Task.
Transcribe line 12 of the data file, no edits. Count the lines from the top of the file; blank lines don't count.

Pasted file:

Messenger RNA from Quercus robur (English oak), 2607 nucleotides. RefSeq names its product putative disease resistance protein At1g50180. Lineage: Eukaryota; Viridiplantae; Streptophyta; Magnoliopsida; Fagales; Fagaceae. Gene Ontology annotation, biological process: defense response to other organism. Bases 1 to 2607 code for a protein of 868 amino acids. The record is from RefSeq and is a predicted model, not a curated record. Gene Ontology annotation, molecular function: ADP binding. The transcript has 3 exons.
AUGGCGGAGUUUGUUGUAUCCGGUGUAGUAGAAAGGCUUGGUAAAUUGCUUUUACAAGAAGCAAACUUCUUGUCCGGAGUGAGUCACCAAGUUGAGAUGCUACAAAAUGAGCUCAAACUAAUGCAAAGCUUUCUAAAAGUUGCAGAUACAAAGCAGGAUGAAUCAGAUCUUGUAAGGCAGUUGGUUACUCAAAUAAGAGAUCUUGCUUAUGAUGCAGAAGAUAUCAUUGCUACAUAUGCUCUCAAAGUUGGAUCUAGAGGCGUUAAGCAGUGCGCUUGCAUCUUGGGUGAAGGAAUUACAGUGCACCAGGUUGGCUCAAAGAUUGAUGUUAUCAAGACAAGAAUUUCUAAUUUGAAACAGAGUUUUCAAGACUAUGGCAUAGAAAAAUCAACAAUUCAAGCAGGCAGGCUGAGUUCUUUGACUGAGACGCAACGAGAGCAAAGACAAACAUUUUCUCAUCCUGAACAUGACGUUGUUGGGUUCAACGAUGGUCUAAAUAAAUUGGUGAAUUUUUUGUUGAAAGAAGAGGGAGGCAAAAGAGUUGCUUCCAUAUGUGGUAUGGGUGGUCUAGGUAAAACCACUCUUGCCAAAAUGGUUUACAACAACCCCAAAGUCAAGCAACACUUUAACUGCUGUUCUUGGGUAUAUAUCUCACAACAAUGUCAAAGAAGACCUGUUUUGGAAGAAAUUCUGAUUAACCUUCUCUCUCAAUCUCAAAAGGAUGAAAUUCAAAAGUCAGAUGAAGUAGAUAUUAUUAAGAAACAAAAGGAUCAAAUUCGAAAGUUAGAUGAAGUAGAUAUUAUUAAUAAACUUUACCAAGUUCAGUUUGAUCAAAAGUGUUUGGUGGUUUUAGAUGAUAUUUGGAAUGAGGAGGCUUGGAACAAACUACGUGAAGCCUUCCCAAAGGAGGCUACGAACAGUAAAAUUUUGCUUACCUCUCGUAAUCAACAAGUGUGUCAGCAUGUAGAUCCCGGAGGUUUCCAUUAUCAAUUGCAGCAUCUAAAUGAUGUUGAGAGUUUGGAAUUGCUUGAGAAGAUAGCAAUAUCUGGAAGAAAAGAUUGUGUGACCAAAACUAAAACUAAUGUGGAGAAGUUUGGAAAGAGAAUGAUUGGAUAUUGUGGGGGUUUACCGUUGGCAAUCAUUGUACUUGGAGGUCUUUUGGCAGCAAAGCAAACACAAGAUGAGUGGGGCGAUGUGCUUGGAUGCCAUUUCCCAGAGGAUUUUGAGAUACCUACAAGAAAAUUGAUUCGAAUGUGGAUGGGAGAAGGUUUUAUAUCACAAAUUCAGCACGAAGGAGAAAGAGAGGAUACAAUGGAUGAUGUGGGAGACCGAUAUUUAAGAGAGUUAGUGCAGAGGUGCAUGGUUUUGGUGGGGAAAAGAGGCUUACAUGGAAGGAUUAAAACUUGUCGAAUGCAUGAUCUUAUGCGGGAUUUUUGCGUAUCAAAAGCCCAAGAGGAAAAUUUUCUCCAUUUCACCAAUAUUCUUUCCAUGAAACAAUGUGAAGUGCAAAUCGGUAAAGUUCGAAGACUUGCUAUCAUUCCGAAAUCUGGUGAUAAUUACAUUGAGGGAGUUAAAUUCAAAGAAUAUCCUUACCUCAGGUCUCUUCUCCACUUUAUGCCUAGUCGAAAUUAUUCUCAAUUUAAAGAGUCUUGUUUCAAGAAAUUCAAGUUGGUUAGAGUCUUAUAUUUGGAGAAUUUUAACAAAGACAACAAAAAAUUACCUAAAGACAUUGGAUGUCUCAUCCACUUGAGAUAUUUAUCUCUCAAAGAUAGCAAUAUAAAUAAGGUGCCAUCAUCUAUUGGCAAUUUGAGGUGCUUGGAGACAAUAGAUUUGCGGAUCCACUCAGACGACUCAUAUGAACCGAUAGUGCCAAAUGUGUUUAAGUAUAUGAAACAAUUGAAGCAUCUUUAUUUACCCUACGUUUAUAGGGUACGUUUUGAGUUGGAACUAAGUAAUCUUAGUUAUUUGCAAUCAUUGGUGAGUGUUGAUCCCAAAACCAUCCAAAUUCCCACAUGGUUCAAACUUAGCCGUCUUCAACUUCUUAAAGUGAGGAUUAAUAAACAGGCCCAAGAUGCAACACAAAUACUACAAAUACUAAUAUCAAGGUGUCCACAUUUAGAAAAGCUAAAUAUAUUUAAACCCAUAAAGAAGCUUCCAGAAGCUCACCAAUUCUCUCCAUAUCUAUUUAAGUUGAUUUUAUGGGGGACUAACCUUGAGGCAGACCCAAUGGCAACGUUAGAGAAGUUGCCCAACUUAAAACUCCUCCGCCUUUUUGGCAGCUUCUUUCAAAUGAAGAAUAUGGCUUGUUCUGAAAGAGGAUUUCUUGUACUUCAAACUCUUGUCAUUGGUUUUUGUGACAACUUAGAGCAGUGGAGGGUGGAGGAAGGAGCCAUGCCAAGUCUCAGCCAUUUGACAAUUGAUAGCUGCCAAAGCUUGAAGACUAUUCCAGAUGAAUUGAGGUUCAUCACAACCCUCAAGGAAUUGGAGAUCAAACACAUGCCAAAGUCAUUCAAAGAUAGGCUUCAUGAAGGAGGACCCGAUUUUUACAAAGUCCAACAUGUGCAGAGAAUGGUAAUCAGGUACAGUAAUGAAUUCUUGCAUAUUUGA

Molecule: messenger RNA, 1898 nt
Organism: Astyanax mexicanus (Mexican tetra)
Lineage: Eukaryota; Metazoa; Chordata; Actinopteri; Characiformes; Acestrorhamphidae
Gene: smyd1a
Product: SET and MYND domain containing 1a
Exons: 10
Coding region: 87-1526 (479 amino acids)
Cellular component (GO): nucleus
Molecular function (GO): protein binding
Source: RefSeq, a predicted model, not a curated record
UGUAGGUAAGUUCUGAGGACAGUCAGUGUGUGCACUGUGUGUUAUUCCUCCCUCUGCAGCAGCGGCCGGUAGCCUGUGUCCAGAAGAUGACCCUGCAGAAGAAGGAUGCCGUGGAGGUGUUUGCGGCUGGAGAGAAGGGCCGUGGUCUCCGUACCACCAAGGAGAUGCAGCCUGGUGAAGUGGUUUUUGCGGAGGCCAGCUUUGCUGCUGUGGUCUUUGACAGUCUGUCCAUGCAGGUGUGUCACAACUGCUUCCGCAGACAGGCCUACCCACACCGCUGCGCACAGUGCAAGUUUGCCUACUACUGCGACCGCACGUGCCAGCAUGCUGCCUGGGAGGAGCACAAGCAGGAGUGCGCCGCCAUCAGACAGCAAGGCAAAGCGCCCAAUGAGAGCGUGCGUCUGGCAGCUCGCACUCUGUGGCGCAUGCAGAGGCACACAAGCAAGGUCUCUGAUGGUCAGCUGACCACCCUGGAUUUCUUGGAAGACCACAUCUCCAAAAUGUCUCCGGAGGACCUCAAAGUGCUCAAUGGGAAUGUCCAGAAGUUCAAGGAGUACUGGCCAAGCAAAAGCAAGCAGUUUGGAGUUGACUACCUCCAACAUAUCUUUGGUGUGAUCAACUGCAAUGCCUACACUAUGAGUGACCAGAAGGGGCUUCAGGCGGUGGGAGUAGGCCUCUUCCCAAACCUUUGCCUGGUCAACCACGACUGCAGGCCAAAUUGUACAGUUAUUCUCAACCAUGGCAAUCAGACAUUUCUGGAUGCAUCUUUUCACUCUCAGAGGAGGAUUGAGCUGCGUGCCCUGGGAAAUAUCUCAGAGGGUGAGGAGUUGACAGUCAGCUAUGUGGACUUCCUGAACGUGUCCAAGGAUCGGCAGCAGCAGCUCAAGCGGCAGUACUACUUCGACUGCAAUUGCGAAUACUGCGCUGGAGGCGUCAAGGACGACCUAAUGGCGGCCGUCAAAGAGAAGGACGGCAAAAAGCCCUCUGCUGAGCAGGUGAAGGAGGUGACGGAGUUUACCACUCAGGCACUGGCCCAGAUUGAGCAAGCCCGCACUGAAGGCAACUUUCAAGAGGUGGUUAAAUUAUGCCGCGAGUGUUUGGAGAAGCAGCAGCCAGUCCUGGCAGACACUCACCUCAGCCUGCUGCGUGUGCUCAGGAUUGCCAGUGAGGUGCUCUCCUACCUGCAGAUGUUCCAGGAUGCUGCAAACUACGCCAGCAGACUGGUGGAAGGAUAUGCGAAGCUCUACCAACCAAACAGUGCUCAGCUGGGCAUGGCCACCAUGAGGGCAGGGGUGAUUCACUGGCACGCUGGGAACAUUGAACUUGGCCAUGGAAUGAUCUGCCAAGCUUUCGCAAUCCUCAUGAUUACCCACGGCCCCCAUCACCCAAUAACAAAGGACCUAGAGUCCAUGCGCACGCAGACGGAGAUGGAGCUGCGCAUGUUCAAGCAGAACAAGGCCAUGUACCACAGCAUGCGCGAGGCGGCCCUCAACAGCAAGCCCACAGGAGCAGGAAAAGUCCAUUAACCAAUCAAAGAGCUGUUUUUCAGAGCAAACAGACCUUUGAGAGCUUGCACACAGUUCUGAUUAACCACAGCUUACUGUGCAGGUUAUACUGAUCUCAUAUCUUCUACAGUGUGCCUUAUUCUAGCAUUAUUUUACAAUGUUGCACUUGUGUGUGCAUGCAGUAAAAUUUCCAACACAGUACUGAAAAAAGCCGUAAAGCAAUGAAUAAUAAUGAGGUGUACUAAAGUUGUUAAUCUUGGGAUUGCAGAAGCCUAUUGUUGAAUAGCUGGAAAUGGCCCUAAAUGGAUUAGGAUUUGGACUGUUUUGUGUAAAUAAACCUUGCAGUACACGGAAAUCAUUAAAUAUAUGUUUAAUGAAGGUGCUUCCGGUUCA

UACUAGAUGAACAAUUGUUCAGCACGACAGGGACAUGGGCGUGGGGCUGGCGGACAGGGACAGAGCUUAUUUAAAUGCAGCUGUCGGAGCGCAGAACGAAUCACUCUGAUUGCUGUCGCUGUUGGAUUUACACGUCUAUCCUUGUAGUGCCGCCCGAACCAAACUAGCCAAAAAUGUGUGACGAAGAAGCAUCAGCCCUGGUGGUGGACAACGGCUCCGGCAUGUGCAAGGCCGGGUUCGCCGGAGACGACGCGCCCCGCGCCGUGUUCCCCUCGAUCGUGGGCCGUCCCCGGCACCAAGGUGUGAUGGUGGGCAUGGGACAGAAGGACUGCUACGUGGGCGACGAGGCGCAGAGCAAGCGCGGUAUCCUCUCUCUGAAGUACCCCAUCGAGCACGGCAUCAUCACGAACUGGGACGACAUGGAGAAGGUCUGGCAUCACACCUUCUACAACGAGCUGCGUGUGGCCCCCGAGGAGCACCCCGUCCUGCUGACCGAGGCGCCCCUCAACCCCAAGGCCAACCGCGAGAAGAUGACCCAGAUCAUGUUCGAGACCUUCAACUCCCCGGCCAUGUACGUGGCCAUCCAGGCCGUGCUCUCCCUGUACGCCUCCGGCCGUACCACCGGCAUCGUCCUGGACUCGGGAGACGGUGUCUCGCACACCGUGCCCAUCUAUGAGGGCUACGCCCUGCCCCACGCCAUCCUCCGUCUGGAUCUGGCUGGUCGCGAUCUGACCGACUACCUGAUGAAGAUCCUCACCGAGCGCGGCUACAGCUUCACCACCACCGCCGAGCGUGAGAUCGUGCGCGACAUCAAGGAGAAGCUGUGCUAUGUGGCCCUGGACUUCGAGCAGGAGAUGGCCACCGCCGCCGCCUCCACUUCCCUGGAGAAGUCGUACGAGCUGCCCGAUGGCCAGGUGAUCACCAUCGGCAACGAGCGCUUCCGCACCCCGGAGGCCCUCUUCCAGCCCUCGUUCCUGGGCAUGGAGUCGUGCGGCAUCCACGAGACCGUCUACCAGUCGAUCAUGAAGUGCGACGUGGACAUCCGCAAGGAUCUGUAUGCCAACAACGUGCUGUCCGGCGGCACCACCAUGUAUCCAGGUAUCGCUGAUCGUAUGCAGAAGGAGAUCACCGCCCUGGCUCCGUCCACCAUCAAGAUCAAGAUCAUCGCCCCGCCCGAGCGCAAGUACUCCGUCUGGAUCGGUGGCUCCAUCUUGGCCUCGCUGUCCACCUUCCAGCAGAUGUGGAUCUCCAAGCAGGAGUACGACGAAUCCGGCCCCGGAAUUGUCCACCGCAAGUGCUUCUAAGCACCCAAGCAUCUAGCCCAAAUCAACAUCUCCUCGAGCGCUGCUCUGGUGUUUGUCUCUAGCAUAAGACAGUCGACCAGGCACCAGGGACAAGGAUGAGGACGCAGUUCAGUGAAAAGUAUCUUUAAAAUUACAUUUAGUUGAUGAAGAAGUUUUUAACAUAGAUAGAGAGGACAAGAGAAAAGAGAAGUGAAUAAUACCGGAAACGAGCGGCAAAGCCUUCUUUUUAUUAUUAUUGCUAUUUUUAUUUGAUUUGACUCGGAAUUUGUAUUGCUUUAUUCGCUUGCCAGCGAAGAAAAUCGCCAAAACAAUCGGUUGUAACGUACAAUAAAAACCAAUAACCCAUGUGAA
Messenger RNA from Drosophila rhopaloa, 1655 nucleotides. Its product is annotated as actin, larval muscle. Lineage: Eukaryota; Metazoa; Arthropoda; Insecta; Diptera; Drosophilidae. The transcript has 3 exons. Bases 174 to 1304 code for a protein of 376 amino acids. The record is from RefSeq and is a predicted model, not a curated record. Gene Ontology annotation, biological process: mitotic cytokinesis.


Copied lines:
Source: RefSeq, a predicted model, not a curated record